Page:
Amazon Increases Some Workers’ Pay So Its Bonus-Cutting Minimum-Wage Plan Won’t Lower Their Wages

October 11, 2018, 12:36 AM UTC

Amazon’s recent move to raise the minimum wage of its directly employed and contracted workers to at least $15 an hour led to some employees calculating they would earn less with the elimination of bonuses and stock awards. The company said today it plans to adjust wages and bonuses to ensure those workers don’t receive lower wages as a result.

Senator Bernie Sanders, critical of large firms paying low wages, praised Amazon’s initial announcement, then questioned the company after reports indicated some workers would have lower annual income.

A company spokesperson told Fortune that all hourly employees “will see an increase in their total compensation as a result of this announcement.” Amazon said it has worked “site by site and person by person” to adjust wages.

For warehouse workers at lower pay tiers in particular, routine productivity bonuses that the company offered, and which were increased around the holidays, could add hundreds or thousands of dollars a year in income. Amazon cut these bonuses as part of its rise in base pay, but said the higher hourly rate would “more than compensate” for the difference. “Because it’s no longer incentive-based, the compensation will be more immediate and predictable,” a spokesperson said.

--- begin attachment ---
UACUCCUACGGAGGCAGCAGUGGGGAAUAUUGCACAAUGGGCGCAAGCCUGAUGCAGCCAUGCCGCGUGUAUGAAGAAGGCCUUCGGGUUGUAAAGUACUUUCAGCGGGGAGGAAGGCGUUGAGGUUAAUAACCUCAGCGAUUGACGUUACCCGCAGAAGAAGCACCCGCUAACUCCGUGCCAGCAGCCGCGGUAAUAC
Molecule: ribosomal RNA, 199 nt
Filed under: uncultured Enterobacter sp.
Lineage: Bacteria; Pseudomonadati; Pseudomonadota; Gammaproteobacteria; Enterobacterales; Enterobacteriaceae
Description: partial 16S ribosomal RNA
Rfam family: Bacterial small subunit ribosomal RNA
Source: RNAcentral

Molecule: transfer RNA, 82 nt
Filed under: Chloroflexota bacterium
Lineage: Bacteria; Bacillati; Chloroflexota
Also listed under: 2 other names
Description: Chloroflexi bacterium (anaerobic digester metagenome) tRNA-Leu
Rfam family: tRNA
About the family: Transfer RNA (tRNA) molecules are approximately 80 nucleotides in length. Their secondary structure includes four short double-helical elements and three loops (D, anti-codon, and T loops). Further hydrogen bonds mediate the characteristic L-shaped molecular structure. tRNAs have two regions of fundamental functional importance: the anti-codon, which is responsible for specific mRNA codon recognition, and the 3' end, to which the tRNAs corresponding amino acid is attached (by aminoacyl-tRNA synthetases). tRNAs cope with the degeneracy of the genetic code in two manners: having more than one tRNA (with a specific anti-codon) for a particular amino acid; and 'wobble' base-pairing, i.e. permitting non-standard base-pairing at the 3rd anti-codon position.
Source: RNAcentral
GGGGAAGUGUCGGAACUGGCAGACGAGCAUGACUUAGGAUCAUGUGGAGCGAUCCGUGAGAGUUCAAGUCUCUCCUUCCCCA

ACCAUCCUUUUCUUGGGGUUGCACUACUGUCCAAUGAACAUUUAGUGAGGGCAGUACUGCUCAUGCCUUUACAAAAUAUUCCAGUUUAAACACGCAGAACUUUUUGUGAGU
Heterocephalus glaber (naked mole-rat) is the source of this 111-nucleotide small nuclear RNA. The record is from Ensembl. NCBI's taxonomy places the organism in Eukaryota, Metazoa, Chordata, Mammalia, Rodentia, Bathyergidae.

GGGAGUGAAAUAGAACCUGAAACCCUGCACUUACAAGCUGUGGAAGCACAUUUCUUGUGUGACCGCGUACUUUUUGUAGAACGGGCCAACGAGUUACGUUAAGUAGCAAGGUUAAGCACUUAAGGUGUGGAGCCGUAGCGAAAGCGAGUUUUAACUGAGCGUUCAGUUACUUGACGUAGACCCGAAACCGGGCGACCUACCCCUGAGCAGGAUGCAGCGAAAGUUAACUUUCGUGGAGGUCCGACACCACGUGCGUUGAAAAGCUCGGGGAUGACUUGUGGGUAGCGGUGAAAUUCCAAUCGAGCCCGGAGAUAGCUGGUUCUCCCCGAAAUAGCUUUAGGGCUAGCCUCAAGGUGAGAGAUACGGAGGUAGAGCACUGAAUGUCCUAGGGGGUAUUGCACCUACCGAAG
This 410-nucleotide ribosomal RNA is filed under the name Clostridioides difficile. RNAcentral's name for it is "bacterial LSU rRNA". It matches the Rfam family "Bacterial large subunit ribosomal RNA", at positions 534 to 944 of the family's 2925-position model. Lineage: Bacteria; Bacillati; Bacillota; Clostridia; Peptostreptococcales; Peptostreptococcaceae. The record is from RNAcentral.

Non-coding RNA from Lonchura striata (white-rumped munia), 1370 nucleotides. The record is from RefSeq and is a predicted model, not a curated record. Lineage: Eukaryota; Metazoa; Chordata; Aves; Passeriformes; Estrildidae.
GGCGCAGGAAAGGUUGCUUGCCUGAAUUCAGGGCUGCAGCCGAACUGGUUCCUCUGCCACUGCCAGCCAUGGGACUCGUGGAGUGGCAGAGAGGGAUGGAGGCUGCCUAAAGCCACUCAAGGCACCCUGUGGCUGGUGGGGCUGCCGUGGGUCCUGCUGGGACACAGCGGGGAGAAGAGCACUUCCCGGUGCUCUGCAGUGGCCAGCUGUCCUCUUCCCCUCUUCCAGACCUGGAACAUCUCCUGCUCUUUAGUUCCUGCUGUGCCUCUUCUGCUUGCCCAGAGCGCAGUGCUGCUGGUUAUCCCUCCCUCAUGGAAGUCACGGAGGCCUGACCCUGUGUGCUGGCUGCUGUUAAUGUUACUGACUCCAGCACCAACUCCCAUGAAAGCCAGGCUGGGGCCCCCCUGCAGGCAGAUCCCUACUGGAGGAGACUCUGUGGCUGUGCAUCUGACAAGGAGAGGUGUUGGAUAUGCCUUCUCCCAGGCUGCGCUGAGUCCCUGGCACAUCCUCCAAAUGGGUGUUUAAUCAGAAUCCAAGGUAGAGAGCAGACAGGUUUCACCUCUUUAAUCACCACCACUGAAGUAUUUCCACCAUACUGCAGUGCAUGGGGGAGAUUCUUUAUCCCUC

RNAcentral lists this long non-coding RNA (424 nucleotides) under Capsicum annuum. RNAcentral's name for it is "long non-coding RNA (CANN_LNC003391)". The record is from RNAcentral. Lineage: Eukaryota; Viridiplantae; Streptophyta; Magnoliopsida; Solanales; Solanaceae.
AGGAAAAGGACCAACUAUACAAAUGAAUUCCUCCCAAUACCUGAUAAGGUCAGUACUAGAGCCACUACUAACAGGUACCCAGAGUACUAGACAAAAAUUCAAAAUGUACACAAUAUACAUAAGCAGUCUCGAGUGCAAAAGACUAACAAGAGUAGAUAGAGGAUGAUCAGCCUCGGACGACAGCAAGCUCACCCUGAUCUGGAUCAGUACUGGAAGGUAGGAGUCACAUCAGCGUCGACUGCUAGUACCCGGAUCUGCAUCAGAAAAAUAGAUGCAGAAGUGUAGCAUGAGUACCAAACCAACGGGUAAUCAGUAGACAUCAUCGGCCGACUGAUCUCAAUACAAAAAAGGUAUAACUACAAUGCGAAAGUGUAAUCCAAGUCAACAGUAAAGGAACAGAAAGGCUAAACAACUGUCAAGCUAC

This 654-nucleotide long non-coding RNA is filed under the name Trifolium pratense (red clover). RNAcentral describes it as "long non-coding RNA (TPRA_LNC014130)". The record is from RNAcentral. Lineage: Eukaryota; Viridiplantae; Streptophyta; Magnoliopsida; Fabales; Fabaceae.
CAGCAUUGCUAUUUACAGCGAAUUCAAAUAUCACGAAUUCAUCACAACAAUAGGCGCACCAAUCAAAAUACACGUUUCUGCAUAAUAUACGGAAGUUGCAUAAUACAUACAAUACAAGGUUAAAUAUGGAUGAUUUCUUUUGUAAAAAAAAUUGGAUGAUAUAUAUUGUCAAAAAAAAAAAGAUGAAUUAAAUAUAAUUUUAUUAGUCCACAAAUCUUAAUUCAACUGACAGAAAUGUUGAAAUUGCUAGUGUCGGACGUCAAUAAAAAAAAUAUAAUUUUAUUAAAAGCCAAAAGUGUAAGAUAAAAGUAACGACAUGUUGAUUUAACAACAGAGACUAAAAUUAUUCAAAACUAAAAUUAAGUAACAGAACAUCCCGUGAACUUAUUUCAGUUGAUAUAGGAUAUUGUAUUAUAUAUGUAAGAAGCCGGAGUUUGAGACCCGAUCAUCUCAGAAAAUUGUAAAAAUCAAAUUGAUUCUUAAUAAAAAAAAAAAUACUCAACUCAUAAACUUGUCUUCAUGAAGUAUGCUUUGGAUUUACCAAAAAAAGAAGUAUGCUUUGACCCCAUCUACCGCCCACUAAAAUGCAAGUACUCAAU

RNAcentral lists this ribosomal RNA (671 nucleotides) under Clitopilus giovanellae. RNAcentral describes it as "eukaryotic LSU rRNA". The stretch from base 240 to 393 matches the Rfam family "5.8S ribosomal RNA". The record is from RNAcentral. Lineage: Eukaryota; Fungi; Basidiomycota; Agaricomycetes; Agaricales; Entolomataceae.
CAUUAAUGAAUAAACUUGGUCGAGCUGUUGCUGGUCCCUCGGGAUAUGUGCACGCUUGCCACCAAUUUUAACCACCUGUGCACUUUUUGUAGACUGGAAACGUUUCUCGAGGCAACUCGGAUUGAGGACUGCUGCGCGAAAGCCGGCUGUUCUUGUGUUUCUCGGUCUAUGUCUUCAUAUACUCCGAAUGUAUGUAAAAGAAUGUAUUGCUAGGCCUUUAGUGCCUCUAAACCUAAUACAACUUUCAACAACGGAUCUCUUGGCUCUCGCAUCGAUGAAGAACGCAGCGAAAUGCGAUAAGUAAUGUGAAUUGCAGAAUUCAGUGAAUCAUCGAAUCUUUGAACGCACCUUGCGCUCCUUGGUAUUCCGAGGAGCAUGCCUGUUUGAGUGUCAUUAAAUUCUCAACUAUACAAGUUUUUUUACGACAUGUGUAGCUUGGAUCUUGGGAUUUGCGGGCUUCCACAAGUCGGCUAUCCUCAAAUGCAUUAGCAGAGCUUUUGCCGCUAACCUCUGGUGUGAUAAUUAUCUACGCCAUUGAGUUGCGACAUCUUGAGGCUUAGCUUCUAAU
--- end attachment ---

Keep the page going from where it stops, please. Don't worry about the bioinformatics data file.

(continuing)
The company also formerly issued warehouse workers restricted stock units (RSUs), which vest on their employment anniversary, after which point employees own the shares and may retain or sell them. Workers received 1 RSU for each anniversary and an additional one to mark five years with the company. Existing grants that vest in 2019 and 2020 remain in place, and those employees will receive the stock if they remain employees to those anniversaries, while also receiving increased wages.

In lieu of stock, Amazon will pay a cash bonus of $1,500 at five years, and $3,000 at each subsequent five-year employment anniversary. An Amazon share is worth nearly $1,755 on Oct. 10. Warehouse workers making below $15 an hour currently will receive raises that amount between $2,000 and $7,000 more a year, depending on location, length of employment, and position.

In a particularly apt remark given today’s stock market decline, especially among tech stocks, Amazon said that while employees “have benefited from a bull market and the unusually strong appreciation of Amazon’s stock price in recent years,” it’s not guaranteed to continue. However, Amazon will offer a direct stock purchase plan for employees starting in 2019.

The Seattle Times and other outlets interviewing workers by name and anonymously have found that information about the $15-an-hour minimum wage and other wage and bonus changes have been unevenly communicated to workers.

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